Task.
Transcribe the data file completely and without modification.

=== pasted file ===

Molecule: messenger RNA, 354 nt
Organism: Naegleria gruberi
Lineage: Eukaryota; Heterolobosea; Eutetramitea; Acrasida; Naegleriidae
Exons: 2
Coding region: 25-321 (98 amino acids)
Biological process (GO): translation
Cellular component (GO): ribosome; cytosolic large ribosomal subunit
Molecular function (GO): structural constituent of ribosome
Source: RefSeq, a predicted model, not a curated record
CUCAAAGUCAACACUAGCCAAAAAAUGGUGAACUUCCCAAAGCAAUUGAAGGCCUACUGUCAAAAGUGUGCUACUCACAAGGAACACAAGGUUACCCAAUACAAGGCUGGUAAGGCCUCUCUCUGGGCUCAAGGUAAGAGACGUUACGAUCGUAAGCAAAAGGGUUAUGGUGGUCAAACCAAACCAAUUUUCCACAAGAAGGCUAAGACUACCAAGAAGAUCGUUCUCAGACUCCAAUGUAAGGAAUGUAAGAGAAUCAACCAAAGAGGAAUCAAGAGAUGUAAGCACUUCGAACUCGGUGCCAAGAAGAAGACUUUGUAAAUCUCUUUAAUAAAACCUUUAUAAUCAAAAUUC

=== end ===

Molecule: messenger RNA, 354 nt
Organism: Naegleria gruberi
Lineage: Eukaryota; Heterolobosea; Eutetramitea; Acrasida; Naegleriidae
Exons: 2
Coding region: 25-321 (98 amino acids)
Biological process (GO): translation
Cellular component (GO): ribosome; cytosolic large ribosomal subunit
Molecular function (GO): structural constituent of ribosome
Source: RefSeq, a predicted model, not a curated record
CUCAAAGUCAACACUAGCCAAAAAAUGGUGAACUUCCCAAAGCAAUUGAAGGCCUACUGUCAAAAGUGUGCUACUCACAAGGAACACAAGGUUACCCAAUACAAGGCUGGUAAGGCCUCUCUCUGGGCUCAAGGUAAGAGACGUUACGAUCGUAAGCAAAAGGGUUAUGGUGGUCAAACCAAACCAAUUUUCCACAAGAAGGCUAAGACUACCAAGAAGAUCGUUCUCAGACUCCAAUGUAAGGAAUGUAAGAGAAUCAACCAAAGAGGAAUCAAGAGAUGUAAGCACUUCGAACUCGGUGCCAAGAAGAAGACUUUGUAAAUCUCUUUAAUAAAACCUUUAUAAUCAAAAUUC